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Tania Stavreva: Rhythmic Movement

Karl Ackermann By

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Pianist and New York City resident Tania Stavreva is a cross-genre trailblazer in the vein of a Stefano Battaglia. More than being at home in both classical and jazz, the Bulgarian native has found an approach that—when desired—connects elements of each form and adds her own methods, resulting in a unique hybrid. The twenty-something artist has appeared with Ron Carter and played top international venues from Lincoln Center to Italy's Cathedral San Lorenzo. Rhythmic Movement is her debt as a solo performer and is being released on her own label.

The Ron Saint Germain produced album features fourteen compositions from an eclectic range of composers and two from Stavreva herself. Opening with the title track, Stavreva's original composition was written for an off-off Broadway production of The Tempest, in which she had an acting part as well. Unlike the original version, Stavreva rearranges the piece in a time signature for dance. A traditional Bulgarian folk tune, "Ratchenitza" is bookended on the outside by "Mouvement Rythmique" which translates to the album's title as well, though an entirely different piece. Its uneven rhythm is also commonplace in Bulgarian dance music.

Three works from Argentinian composer Alberto Ginastera create a slow dramatic build to the albums mid-point. "Danza del Viejo Boyero," "Danza de la Moza Donosa" and "Danza del Gaucho" are each part of a cycle known as "Danzas Argentinas, Op. 2." Those familiar with Egberto Gismonti's Danca Das Cabecas (ECM, 1977) may find some conceptual similarity in the nature of the material. "Ruvido ed Ostinato" picks up the previously generated energy setting the stage for the more avant-garde works of Russian composer Nikolai Kapustin. "Jazz Concert Etude Prelude" and "Jazz Concert Etude Toccatina" play directly into Stavreva's strength in merging genres. Stavreva's own composition "The Dark Side of the Sun" is more ominous and includes her extended technique of working the strings inside the piano.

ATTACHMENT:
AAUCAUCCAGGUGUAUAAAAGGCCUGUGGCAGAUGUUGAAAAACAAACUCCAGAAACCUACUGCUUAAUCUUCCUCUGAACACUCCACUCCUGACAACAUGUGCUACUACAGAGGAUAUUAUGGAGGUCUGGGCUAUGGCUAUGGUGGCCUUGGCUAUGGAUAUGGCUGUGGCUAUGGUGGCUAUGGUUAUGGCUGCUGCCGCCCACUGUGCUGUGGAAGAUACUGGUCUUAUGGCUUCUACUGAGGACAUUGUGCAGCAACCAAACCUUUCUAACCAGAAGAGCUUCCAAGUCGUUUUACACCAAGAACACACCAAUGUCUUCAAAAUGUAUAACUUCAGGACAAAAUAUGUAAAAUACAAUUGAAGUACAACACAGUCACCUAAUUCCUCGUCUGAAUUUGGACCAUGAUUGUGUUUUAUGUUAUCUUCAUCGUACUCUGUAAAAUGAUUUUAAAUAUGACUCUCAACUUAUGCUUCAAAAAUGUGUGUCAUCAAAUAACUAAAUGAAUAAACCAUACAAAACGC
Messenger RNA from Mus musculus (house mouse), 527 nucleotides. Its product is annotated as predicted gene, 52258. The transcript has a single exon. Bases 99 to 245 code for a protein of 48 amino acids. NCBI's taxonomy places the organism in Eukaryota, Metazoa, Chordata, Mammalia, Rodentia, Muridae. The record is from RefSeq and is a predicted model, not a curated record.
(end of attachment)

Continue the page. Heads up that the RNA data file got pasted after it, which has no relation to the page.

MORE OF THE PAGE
"White Lies for Lomax"—a tribute to ethnomusicologist Alan Lomax—was first recorded as a solo by Stavreva on Mason Bates' Stereo Is King (Innova Recordings, 2014). She then returns to the Bulgarian tradition with a series of variations on the folk song "Dilmano, Dilbero" wrapping up the album with "Ritmico y Distorsionado," a variation of "Ruvido ed Ostinato" but added percussion and some distortion.

Musically, Stavreva is already an accomplished artist with a no-holds-barred attitude toward her music and her independent approach. Rhythmic Movement is a bold project that asserts the role of folk and dance at the center of modern creative music. Stavreva's interpretations stretch the original concepts and play spirals around them, respecting their heredity without being subject to the same.

Track Listing: Rhythmic Movement; Ratchenitza; Mouvement Rythmique; Danzas Argentinas, Op. 2: Danza del Viejo Boyero; Danza de la Moza Donosa; Danza del Gaucho; Ruvido ed Ostinato; Jazz Concert Etude Prelude; Jazz Concert Etude Toccatina; The Dark Side of the Sun; White Lies for Lomax; Dilmano, Dilbero; Dilmano, Dilbero, Variations on a Bulgarian Folk Song; Ritmico y Distorsionado.

Personnel: Tania Stavreva: piano; Will Calhoun: drums (14).

Title: Rhythmic Movement | Year Released: 2016 | Record Label: Self Produced

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